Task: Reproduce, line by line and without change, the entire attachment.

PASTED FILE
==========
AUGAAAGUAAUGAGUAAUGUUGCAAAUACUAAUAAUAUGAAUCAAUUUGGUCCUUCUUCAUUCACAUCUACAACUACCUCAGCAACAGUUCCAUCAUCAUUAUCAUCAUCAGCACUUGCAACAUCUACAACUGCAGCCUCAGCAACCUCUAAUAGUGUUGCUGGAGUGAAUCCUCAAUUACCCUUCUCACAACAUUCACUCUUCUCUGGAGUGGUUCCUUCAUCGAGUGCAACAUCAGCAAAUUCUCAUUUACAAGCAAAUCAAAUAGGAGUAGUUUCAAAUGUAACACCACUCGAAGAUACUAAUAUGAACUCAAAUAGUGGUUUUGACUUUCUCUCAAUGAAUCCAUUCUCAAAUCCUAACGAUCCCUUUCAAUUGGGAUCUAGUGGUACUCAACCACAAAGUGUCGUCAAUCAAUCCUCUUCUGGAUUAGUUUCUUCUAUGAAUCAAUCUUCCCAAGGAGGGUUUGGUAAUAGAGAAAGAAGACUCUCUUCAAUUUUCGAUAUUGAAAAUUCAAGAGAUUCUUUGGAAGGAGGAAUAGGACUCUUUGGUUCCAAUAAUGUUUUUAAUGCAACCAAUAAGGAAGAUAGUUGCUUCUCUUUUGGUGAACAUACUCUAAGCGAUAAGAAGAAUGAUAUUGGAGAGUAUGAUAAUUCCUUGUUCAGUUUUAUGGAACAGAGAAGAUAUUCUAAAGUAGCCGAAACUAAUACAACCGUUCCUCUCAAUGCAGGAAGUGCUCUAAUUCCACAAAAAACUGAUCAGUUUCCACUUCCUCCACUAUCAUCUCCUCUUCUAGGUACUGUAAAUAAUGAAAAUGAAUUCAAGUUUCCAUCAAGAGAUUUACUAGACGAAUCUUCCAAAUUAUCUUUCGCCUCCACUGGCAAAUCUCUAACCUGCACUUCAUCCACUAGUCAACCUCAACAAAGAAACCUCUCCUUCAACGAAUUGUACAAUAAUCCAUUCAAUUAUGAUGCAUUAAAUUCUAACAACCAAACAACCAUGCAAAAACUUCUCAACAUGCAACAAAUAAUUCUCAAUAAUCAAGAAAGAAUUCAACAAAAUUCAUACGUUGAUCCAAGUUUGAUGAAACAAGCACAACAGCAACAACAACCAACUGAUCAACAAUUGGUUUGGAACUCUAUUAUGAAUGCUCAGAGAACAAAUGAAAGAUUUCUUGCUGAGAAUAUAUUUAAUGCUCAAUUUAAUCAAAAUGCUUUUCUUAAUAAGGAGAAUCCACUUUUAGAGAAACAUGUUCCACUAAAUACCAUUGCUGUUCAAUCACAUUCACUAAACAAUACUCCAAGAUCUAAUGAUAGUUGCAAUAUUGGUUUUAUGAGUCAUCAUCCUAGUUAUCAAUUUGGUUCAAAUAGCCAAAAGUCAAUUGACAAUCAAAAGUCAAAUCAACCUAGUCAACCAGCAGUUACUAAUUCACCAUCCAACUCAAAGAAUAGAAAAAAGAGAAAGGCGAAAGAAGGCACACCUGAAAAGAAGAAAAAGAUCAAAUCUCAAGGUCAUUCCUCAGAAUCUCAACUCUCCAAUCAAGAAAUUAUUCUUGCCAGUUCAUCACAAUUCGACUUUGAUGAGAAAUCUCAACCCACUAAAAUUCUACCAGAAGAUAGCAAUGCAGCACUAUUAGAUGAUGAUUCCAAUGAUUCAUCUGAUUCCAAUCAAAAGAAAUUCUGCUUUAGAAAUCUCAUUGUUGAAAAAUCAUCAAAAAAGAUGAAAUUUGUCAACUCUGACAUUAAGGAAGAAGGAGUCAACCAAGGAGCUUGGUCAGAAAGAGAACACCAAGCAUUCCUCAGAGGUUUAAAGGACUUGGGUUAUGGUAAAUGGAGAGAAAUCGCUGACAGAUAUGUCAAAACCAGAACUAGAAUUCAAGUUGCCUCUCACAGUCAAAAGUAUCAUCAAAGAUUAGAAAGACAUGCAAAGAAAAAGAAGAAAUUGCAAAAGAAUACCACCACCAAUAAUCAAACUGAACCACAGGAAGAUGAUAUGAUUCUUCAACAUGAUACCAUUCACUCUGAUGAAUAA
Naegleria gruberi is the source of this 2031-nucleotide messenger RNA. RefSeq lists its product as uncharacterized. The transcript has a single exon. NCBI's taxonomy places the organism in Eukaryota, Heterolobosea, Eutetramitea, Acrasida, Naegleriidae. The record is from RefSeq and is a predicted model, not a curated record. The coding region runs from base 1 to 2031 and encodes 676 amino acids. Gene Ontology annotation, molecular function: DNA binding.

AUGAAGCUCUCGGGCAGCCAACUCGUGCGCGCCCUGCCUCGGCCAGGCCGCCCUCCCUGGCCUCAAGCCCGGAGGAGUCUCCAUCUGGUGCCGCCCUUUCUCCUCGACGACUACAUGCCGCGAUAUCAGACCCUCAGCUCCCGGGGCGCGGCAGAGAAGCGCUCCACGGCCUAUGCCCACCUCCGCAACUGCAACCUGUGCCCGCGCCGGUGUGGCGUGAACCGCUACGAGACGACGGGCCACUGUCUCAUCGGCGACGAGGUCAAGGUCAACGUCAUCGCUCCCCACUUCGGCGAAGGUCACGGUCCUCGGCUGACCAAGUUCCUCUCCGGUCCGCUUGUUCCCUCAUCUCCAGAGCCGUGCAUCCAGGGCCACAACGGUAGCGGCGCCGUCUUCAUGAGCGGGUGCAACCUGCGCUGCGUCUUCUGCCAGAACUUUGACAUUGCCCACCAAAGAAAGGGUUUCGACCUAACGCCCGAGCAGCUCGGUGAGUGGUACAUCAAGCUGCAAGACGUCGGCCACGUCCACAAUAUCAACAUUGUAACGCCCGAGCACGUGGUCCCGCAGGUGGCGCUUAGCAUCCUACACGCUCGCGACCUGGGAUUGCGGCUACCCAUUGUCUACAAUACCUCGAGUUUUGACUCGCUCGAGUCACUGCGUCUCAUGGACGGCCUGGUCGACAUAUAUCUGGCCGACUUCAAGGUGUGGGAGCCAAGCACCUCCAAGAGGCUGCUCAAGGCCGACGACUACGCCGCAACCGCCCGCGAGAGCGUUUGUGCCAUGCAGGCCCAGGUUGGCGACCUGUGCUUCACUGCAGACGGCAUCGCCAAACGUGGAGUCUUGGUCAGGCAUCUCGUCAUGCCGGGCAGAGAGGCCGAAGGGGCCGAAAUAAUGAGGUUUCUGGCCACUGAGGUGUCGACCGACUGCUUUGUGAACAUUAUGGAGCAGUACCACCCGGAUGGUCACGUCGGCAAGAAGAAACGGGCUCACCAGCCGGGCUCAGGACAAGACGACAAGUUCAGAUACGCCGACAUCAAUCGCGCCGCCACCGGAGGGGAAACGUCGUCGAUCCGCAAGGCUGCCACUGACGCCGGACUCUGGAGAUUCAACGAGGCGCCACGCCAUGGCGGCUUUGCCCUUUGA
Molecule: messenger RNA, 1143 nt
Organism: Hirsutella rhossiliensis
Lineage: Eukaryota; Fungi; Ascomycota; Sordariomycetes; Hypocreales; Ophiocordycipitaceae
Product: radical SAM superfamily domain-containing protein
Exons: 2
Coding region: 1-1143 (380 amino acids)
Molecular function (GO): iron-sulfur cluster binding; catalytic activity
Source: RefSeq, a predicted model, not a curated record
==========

AUGAAAGUAAUGAGUAAUGUUGCAAAUACUAAUAAUAUGAAUCAAUUUGGUCCUUCUUCAUUCACAUCUACAACUACCUCAGCAACAGUUCCAUCAUCAUUAUCAUCAUCAGCACUUGCAACAUCUACAACUGCAGCCUCAGCAACCUCUAAUAGUGUUGCUGGAGUGAAUCCUCAAUUACCCUUCUCACAACAUUCACUCUUCUCUGGAGUGGUUCCUUCAUCGAGUGCAACAUCAGCAAAUUCUCAUUUACAAGCAAAUCAAAUAGGAGUAGUUUCAAAUGUAACACCACUCGAAGAUACUAAUAUGAACUCAAAUAGUGGUUUUGACUUUCUCUCAAUGAAUCCAUUCUCAAAUCCUAACGAUCCCUUUCAAUUGGGAUCUAGUGGUACUCAACCACAAAGUGUCGUCAAUCAAUCCUCUUCUGGAUUAGUUUCUUCUAUGAAUCAAUCUUCCCAAGGAGGGUUUGGUAAUAGAGAAAGAAGACUCUCUUCAAUUUUCGAUAUUGAAAAUUCAAGAGAUUCUUUGGAAGGAGGAAUAGGACUCUUUGGUUCCAAUAAUGUUUUUAAUGCAACCAAUAAGGAAGAUAGUUGCUUCUCUUUUGGUGAACAUACUCUAAGCGAUAAGAAGAAUGAUAUUGGAGAGUAUGAUAAUUCCUUGUUCAGUUUUAUGGAACAGAGAAGAUAUUCUAAAGUAGCCGAAACUAAUACAACCGUUCCUCUCAAUGCAGGAAGUGCUCUAAUUCCACAAAAAACUGAUCAGUUUCCACUUCCUCCACUAUCAUCUCCUCUUCUAGGUACUGUAAAUAAUGAAAAUGAAUUCAAGUUUCCAUCAAGAGAUUUACUAGACGAAUCUUCCAAAUUAUCUUUCGCCUCCACUGGCAAAUCUCUAACCUGCACUUCAUCCACUAGUCAACCUCAACAAAGAAACCUCUCCUUCAACGAAUUGUACAAUAAUCCAUUCAAUUAUGAUGCAUUAAAUUCUAACAACCAAACAACCAUGCAAAAACUUCUCAACAUGCAACAAAUAAUUCUCAAUAAUCAAGAAAGAAUUCAACAAAAUUCAUACGUUGAUCCAAGUUUGAUGAAACAAGCACAACAGCAACAACAACCAACUGAUCAACAAUUGGUUUGGAACUCUAUUAUGAAUGCUCAGAGAACAAAUGAAAGAUUUCUUGCUGAGAAUAUAUUUAAUGCUCAAUUUAAUCAAAAUGCUUUUCUUAAUAAGGAGAAUCCACUUUUAGAGAAACAUGUUCCACUAAAUACCAUUGCUGUUCAAUCACAUUCACUAAACAAUACUCCAAGAUCUAAUGAUAGUUGCAAUAUUGGUUUUAUGAGUCAUCAUCCUAGUUAUCAAUUUGGUUCAAAUAGCCAAAAGUCAAUUGACAAUCAAAAGUCAAAUCAACCUAGUCAACCAGCAGUUACUAAUUCACCAUCCAACUCAAAGAAUAGAAAAAAGAGAAAGGCGAAAGAAGGCACACCUGAAAAGAAGAAAAAGAUCAAAUCUCAAGGUCAUUCCUCAGAAUCUCAACUCUCCAAUCAAGAAAUUAUUCUUGCCAGUUCAUCACAAUUCGACUUUGAUGAGAAAUCUCAACCCACUAAAAUUCUACCAGAAGAUAGCAAUGCAGCACUAUUAGAUGAUGAUUCCAAUGAUUCAUCUGAUUCCAAUCAAAAGAAAUUCUGCUUUAGAAAUCUCAUUGUUGAAAAAUCAUCAAAAAAGAUGAAAUUUGUCAACUCUGACAUUAAGGAAGAAGGAGUCAACCAAGGAGCUUGGUCAGAAAGAGAACACCAAGCAUUCCUCAGAGGUUUAAAGGACUUGGGUUAUGGUAAAUGGAGAGAAAUCGCUGACAGAUAUGUCAAAACCAGAACUAGAAUUCAAGUUGCCUCUCACAGUCAAAAGUAUCAUCAAAGAUUAGAAAGACAUGCAAAGAAAAAGAAGAAAUUGCAAAAGAAUACCACCACCAAUAAUCAAACUGAACCACAGGAAGAUGAUAUGAUUCUUCAACAUGAUACCAUUCACUCUGAUGAAUAA
Naegleria gruberi is the source of this 2031-nucleotide messenger RNA. RefSeq lists its product as uncharacterized. The transcript has a single exon. NCBI's taxonomy places the organism in Eukaryota, Heterolobosea, Eutetramitea, Acrasida, Naegleriidae. The record is from RefSeq and is a predicted model, not a curated record. The coding region runs from base 1 to 2031 and encodes 676 amino acids. Gene Ontology annotation, molecular function: DNA binding.

AUGAAGCUCUCGGGCAGCCAACUCGUGCGCGCCCUGCCUCGGCCAGGCCGCCCUCCCUGGCCUCAAGCCCGGAGGAGUCUCCAUCUGGUGCCGCCCUUUCUCCUCGACGACUACAUGCCGCGAUAUCAGACCCUCAGCUCCCGGGGCGCGGCAGAGAAGCGCUCCACGGCCUAUGCCCACCUCCGCAACUGCAACCUGUGCCCGCGCCGGUGUGGCGUGAACCGCUACGAGACGACGGGCCACUGUCUCAUCGGCGACGAGGUCAAGGUCAACGUCAUCGCUCCCCACUUCGGCGAAGGUCACGGUCCUCGGCUGACCAAGUUCCUCUCCGGUCCGCUUGUUCCCUCAUCUCCAGAGCCGUGCAUCCAGGGCCACAACGGUAGCGGCGCCGUCUUCAUGAGCGGGUGCAACCUGCGCUGCGUCUUCUGCCAGAACUUUGACAUUGCCCACCAAAGAAAGGGUUUCGACCUAACGCCCGAGCAGCUCGGUGAGUGGUACAUCAAGCUGCAAGACGUCGGCCACGUCCACAAUAUCAACAUUGUAACGCCCGAGCACGUGGUCCCGCAGGUGGCGCUUAGCAUCCUACACGCUCGCGACCUGGGAUUGCGGCUACCCAUUGUCUACAAUACCUCGAGUUUUGACUCGCUCGAGUCACUGCGUCUCAUGGACGGCCUGGUCGACAUAUAUCUGGCCGACUUCAAGGUGUGGGAGCCAAGCACCUCCAAGAGGCUGCUCAAGGCCGACGACUACGCCGCAACCGCCCGCGAGAGCGUUUGUGCCAUGCAGGCCCAGGUUGGCGACCUGUGCUUCACUGCAGACGGCAUCGCCAAACGUGGAGUCUUGGUCAGGCAUCUCGUCAUGCCGGGCAGAGAGGCCGAAGGGGCCGAAAUAAUGAGGUUUCUGGCCACUGAGGUGUCGACCGACUGCUUUGUGAACAUUAUGGAGCAGUACCACCCGGAUGGUCACGUCGGCAAGAAGAAACGGGCUCACCAGCCGGGCUCAGGACAAGACGACAAGUUCAGAUACGCCGACAUCAAUCGCGCCGCCACCGGAGGGGAAACGUCGUCGAUCCGCAAGGCUGCCACUGACGCCGGACUCUGGAGAUUCAACGAGGCGCCACGCCAUGGCGGCUUUGCCCUUUGA
Molecule: messenger RNA, 1143 nt
Organism: Hirsutella rhossiliensis
Lineage: Eukaryota; Fungi; Ascomycota; Sordariomycetes; Hypocreales; Ophiocordycipitaceae
Product: radical SAM superfamily domain-containing protein
Exons: 2
Coding region: 1-1143 (380 amino acids)
Molecular function (GO): iron-sulfur cluster binding; catalytic activity
Source: RefSeq, a predicted model, not a curated record